Tag Archives | Chris Hedges
The National Defense Authorization Act contains some ugly draftsmanship and some head-scratchingly vague wording on the issue of battlefield captures. That said, my long time professional opinion was that it probably wasn’t something worth worrying overly much about, particularly when their were bigger fish to fry in the realm of warrantless wiretaps and the upcoming sunsetting of FISA provisions. That having been said, others have not been so germane to the problem, and for the moment at least, they have won a major victory in getting a permanent injunction against the section of the NDAA that caused the hubbub.
From the ruling:
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For the reasons set forth above, this Court permanently enjoins enforcement of § 1021(b)(2) in any manner, as to any person. The Court invites Congress to examine whether there are amendments that might cure the statute/s deficiencies or whether in light of existing authorization and existing
criminal statutes § 1021 is needed at all.
Travis Kelly writes on AntiWar.com:
If the founding fathers were spinning in their graves like centrifuges over recent assaults on the Constitution, their RPMs slowed down a bit last Wednesday when U.S. District Judge Katherine Forrest ruled that Section 1021 in the latest National Defense Authorization Act (NDAA), allowing military detention of American citizens without due process, is unconstitutional.
The lawsuit was brought by veteran journalist Chris Hedges, with attorneys Carl Mayer and Bruce Afran doing the heavy lifting without compensation. None thought they had a chance to win, given the juggernaut of military and police-state abuses that have rolled over us in the decade since 9/11. But as Hedges said after the verdict, “A stunning and monumental victory … every once in a while the gods smile on the damned.”
The defendants, President Obama and Secretary of Defense Leon Panetta, had argued that this new NDAA merely codified what the panicked 2001 Authorization to Use Military Force (AUMF) had spawned over the last decade: indefinite military detention, unwarranted searches and seizures, assassination, torture — only now it all could be employed on American soil, against American citizens, however or whenever the president and Pentagon saw fit…
Opponents of a U.S. law they claim may subject them to indefinite military detention for activities including news reporting and political activism persuaded a federal judge to temporarily block the measure. U.S. District Judge Katherine Forrest in Manhattan ruled in favor of a group of writers and activists who sued President Barack Obama, Defense Secretary Leon Panetta and the Defense Department, claiming a provision of the National Defense Authorization Act, signed into law Dec. 31, puts them in fear that they could be arrested and held by U.S. armed forces. The complaint was filed Jan. 13 by a group including former New York Times reporter Christopher Hedges. The plaintiffs contend a section of the law allows for detention of citizens and permanent residents taken into custody in the U.S. on “suspicion of providing substantial support” to people engaged in hostilities against the U.S., such as al-Qaeda.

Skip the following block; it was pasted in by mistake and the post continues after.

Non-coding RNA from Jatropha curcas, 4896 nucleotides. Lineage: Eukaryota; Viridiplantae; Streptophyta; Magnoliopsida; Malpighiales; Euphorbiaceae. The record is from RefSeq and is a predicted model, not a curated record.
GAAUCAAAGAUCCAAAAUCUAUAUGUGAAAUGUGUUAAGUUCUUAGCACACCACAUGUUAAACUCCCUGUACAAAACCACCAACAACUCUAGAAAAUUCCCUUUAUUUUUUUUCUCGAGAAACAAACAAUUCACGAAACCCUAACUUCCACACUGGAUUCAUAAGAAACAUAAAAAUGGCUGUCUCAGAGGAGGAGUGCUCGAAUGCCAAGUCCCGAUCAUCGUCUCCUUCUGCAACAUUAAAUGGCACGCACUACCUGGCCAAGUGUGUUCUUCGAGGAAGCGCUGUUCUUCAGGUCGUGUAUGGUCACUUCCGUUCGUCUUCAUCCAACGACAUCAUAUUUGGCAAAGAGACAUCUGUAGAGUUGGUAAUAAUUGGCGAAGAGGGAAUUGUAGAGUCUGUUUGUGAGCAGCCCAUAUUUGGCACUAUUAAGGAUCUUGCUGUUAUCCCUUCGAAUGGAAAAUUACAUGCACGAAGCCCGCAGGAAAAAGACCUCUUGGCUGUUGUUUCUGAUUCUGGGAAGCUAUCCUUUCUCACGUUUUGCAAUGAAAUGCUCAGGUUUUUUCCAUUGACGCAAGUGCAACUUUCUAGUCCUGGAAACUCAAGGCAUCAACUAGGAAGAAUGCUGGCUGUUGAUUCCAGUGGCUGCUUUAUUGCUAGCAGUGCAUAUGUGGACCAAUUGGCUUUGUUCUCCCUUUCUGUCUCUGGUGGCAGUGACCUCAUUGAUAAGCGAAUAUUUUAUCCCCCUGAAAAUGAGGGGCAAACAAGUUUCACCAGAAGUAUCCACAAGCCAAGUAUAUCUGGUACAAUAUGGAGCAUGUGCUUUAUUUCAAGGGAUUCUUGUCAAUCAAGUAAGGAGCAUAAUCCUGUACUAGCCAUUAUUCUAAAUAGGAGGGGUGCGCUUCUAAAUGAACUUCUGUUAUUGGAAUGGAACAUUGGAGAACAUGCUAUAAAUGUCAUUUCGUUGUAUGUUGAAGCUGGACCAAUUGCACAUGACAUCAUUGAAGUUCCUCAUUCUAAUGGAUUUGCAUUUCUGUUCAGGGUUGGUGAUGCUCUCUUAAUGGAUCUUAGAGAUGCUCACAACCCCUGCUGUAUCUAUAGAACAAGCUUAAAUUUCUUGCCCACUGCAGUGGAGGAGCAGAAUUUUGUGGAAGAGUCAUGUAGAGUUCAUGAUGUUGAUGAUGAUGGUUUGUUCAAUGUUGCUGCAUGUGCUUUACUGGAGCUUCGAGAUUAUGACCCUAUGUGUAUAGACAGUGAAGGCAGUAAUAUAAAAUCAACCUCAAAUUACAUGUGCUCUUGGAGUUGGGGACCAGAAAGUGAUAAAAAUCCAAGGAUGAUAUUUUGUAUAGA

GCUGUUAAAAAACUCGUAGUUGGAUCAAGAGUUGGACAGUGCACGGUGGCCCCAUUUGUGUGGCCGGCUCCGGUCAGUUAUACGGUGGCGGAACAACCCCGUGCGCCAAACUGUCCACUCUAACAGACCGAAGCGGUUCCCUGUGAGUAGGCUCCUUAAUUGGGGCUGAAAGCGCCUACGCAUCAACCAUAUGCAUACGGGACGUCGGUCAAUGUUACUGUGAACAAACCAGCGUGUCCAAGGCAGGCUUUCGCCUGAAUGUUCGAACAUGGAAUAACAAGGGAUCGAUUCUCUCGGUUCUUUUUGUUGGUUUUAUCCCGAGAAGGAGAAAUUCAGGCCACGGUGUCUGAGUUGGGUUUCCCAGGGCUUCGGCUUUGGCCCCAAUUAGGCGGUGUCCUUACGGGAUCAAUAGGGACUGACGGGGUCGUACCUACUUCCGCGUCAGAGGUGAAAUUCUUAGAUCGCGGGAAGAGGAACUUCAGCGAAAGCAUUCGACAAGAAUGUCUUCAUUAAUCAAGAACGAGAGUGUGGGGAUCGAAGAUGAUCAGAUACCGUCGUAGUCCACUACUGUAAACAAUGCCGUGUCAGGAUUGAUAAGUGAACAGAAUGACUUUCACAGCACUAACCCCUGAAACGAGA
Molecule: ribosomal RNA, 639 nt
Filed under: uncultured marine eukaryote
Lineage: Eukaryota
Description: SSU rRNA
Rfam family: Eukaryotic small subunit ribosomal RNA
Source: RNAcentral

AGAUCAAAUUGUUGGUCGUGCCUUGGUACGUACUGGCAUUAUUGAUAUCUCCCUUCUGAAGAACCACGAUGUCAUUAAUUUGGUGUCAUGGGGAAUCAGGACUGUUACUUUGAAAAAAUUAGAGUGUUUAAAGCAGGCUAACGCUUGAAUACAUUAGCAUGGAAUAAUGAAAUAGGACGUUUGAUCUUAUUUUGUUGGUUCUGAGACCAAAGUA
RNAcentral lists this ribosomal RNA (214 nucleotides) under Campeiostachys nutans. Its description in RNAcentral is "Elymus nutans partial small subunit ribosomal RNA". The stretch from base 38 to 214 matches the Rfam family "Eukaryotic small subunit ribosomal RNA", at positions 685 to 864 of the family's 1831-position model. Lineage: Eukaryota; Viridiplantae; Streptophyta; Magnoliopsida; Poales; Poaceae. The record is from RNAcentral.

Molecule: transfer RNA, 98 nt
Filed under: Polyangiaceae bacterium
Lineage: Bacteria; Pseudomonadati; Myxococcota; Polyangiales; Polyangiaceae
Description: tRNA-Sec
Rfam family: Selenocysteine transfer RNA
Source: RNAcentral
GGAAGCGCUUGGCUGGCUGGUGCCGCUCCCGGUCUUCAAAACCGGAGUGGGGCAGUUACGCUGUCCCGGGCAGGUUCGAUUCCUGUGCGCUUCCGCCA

Last week the case against the National Defense Authorization Act was presented to a judge in New York. One of the plaintiffs in the case has decided to sue the Obama administration claiming that by simply doing his job he could be arrested and detained indefinitely due to the nature of his work, reporting. Chris Hedges, columnist for TruthDig, joins us to explain how his day in court went.
Via Infoshop News:
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On Wednesday, February 15, we launched several concurrent denial of service attacks against a website hosting an online panel discussion entitled “Occupying Beyond Divisions: Anarchy, Black Blocs and Protests” with Chris Hedges. After initially only creating a few minor disruptions, it was during the second half of the talk that we were finally successful in taking down the entire website, which remained offline further into the night.
We carried out this action because we regard this sort of institutionalized dialogue with the bourgeoisie’s hatemongering journalists about the nature of revolutionary violence to be a worthless diversion for any movement striving for the complete liberation of the oppressed. Having abandoned all pretensions of providing the public with socially responsible criticism, the once distinguished men and women of letters have reduced themselves to hacks: mechanically churning out one article after another in sycophantic defense of their corporate sponsors.
Via Nation of Change:
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Chris Hedges made this statement in New York City’s Zuccotti Park on Thursday morning during the People’s Hearing on Goldman Sachs, which he chaired with Dr. Cornel West. The activist and Truthdig columnist then joined a march of several hundred protesters to the nearby corporate headquarters of Goldman Sachs, where he was arrested with 16 others.
Goldman Sachs, which received more subsidies and bailout-related funds than any other investment bank because the Federal Reserve permitted it to become a bank holding company under its “emergency situation,” has used billions in taxpayer money to enrich itself and reward its top executives. It handed its senior employees a staggering $18 billion in 2009, $16 billion in 2010 and $10 billion in 2011 in mega-bonuses. This massive transfer of wealth upwards by the Bush and Obama administrations, now estimated at $13 trillion to $14 trillion, went into the pockets of those who carried out fraud and criminal activity rather than the victims who lost their jobs, their savings and often their homes.